Neuromuscular electrostimulation tested for hand motor recovery in elderly stroke patients
The University of Valencia (UV), in collaboration with FISABIO and the Doctor Peset University Hospital, has conducted a randomized clinical trial comparing the effects of two neuromuscular electrostimulation (EENM) protocols with different frequencies on the motor impairment of the hand in older patients after a stroke. The study looked at whether changes in hand deficits—such as strength or muscle tone—were related to patients' day-to-day functionality.
Hand motor impairment is one of the most persistent consequences in stroke patients and is associated with a loss of upper limb functionality and impact on the autonomy of people who suffer from it. Studies have measured functionality after applying these techniques, while others have studied what deficits improved after using treatments, but very few have observed what happens when relating two variables.
This study, led by Trinitat Sentandreu, researcher and lecturer at the Department of Physiotherapy at the UV, wanted to see not only whether there were improvements in this type of measure, but also whether changes in deficits were associated with improvements in the functionality of patients after applying different electrostimulation frequencies.
"We have seen that the patients in the study after the intervention with electrostimulation show improvements in terms of hand strength, muscle tone, joint range, etc., but when considering functional measures we observed that the group that received the 35 Hz electrostimulation presented improvements in the Barthel index, which evaluates ten basic daily activities, although this measurement includes activities that involve both the recovery of the lower and upper limbs, so we cannot assure that it is the hand specifically, even if there is a clear improvement in the 35 Hz group," explains Sentandreu.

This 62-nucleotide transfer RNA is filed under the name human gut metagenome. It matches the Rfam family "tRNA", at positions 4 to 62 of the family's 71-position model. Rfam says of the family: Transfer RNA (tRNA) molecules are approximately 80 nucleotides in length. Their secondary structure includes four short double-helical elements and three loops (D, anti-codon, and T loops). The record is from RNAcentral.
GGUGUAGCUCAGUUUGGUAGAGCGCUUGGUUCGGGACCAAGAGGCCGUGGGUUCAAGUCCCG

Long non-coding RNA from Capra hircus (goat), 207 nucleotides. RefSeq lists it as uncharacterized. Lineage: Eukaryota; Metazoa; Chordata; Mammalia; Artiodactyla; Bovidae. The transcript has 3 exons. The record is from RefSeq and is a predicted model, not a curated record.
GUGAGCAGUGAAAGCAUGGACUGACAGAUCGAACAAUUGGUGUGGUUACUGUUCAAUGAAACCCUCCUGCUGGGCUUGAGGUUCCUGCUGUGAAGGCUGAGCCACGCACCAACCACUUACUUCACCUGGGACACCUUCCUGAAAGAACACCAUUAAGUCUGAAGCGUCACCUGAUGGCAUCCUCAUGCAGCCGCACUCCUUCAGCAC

The research was applied to 61 elderly patients after four and eight weeks of treatment, who were divided into three groups: one of them received conventional treatment from the Doctor Peset Hospital, where the trial was performed. The same procedure was applied to another group with 35 Hz electrostimulation and the third group also received this treatment, but with a frequency of 50 Hz. In this case, according to the author of the article, "what is assessed is not the effectiveness of electrostimulation alone, but what is interesting is to apply it as a complementary treatment to the conventional protocol."
Apart from the improvements that have been presented in the article, one of the advantages of electrostimulation as a complementary treatment is that it has a low cost, allows for repetitive and intensive treatment and, in turn, reduces the time of intervention by the physiotherapist. "Instead of doing the mobilization, the professional may be carrying out another treatment while applying electrostimulation to the patient," says the researcher. Moreover, this protocol could even be applied by the patient himself from his home, as long as the physiotherapist gives him the corresponding previous instructions and is supervised by a professional, which is very useful, especially since the beginning of the pandemic.
This study began in 2009, with a previous pilot study, but it was not until this year that these results were published, because, as Sentandreu explains, it was very difficult to reach patients with such specific characteristics for research. Specfically, the test has been applied to elderly people who have suffered a stroke and who suffer hemiparesis—paralysis of half of the body, the contralateral side of the injured brain area. Although this is one of the most common effects, they were looking for people with minimal residual activity with very specific parameters. Sometimes they regain the functionality of the lower part, but the upper limb presents greater difficulty, especially the hand, hence the interest of the object of study.